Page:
As Willi Marxsen explained in his landmark book on redaction criticism, Mark the Evangelist, the insertion of “Galilee” and the reminder “as he told you” come from the author himself. Mark added it to his source material. In fact, we should see the two verses as a doublet, each pointing to the other. They “stem from one saying whose original form would be better preserved in 14:28.” (p. 88) A New Testament scholar of McGrath’s caliber can hardly be unaware of the late German scholar’s work, so we might wonder why he chose not to cite Marxsen.
Yet even with the somewhat comforting realization that Jesus had already told the disciples he would see them in Galilee, it’s difficult to reach the end at 16:8 and not feel a sense of incompleteness. (Perhaps “somewhat comforting” is an overstatement; after all these are the same disciples who misunderstood nearly everything they were told.) Even if we take the young man’s command as an open invitation to us, the reader, it still feels like an abrupt ending in Jerusalem, not a fresh beginning in Galilee.
McGrath’s thought experiment
At this point, Dr. McGrath asks us to imagine the ending of Matthew with Mark 16:8 tacked on.
“. . . And surely I am with you always, to the very end of the age.” But they said nothing to anyone, for they were afraid.
Would that be an open-ended gospel? McGrath writes:
On the contrary, in the context of Matthew’s Gospel, this would represent an abrupt closure, one that undermines the very story being told. For unless someone went and told, how can we now be reading about what happened, much less be invited to participate ourselves?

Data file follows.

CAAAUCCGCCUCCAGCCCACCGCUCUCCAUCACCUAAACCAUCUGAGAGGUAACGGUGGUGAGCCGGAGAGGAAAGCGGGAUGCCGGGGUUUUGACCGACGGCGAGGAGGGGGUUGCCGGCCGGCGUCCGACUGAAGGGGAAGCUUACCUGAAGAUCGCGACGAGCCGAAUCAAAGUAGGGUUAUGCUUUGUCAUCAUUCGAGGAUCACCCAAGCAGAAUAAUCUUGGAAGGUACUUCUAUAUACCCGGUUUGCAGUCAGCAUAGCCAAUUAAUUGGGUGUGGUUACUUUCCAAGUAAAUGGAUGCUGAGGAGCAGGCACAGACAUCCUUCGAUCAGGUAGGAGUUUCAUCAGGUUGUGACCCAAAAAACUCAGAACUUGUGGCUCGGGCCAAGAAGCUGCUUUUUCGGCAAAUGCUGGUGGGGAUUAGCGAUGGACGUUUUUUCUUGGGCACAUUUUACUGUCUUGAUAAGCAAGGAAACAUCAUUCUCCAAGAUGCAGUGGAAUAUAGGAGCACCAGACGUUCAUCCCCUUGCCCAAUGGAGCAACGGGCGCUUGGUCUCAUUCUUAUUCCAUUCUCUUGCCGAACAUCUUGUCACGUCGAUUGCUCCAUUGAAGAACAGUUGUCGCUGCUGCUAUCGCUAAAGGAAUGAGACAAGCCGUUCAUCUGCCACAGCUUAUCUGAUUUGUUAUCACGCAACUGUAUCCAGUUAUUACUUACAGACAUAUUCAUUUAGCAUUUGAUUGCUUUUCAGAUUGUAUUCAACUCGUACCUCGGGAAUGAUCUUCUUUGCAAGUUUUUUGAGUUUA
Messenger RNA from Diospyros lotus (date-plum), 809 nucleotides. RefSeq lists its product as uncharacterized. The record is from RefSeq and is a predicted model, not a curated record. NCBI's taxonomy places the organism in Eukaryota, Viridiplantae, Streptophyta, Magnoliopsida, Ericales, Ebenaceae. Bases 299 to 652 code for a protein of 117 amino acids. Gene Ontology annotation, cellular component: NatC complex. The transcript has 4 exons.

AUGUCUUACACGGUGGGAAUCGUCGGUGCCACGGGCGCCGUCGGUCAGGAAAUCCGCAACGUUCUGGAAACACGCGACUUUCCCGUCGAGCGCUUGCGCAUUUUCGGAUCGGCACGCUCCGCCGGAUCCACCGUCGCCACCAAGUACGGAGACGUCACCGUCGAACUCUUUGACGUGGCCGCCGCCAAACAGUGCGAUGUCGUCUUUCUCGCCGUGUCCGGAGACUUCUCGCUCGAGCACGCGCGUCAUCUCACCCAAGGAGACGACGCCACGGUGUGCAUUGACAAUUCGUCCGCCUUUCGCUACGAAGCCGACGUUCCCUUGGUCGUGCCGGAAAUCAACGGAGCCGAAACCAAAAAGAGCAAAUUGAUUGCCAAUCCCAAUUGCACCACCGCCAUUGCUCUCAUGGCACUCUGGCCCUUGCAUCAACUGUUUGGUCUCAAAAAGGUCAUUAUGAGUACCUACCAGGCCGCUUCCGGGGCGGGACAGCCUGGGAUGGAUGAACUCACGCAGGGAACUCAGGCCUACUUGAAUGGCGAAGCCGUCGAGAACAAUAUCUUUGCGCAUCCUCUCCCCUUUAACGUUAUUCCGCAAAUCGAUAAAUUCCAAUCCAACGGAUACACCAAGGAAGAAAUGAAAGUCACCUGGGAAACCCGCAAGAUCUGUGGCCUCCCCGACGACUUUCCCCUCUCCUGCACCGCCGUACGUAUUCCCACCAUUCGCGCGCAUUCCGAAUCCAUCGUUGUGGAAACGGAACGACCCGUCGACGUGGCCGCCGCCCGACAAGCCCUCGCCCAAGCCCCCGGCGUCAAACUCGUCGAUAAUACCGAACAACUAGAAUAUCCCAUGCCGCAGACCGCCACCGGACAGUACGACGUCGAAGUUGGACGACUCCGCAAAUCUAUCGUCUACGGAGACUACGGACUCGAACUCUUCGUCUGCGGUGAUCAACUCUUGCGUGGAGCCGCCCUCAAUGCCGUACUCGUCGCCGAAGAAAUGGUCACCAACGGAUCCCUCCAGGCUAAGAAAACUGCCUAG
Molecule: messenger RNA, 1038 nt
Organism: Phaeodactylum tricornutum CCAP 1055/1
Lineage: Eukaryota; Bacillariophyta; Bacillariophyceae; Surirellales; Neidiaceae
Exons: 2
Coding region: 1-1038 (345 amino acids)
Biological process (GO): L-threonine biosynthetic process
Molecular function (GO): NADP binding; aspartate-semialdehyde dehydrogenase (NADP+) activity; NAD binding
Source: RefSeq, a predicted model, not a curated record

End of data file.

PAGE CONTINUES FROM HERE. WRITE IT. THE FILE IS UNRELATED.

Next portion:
The effect is not the same, of course, since in Mark’s Gospel, Jesus never appears in the story after he is laid to rest by Joseph of Arimathea, and the disciples never appear again once Peter denies Jesus for the last time. So I would argue that in Matthew’s Gospel it is a confusing non sequitur, while in Mark’s Gospel it is one final indictment against a group of followers who failed Jesus at every turn. In one last ironic twist, Jesus, who had been telling people to be silent throughout the narrative only to be disobeyed, now asks the women to deliver the good news to the disciples. But they disobey and remain silent.
McGrath is not so pessimistic as I am. He finds solace in the fact that the disciples had already been told that they will meet him in Galilee back at 14:28. Perhaps they will stumble home without even thinking too much about it.
The problem, McGrath asserts, isn’t that we worry nobody will ever get the message; the problem is rather the “the abrupt character of the ending.” In a nutshell, we find it abrupt and unexpectedly dissatisfying, because he says, quoting Donald Juel, “As readers, we have been led to expect something other than verse 8 [of chapter 16].”
However, none of us who are familiar with the Gospels can say for certain that Mark’s Gospel leads us to expect something more than the ending at verse 8. For one thing, in my childhood I never even knew that it should end at verse 8. I read Mark in the King James Version, never suspecting it was incorrect. Furthermore, I knew the other three gospels ended with resurrection appearances, followed by (at least in Luke and Acts) the ascension.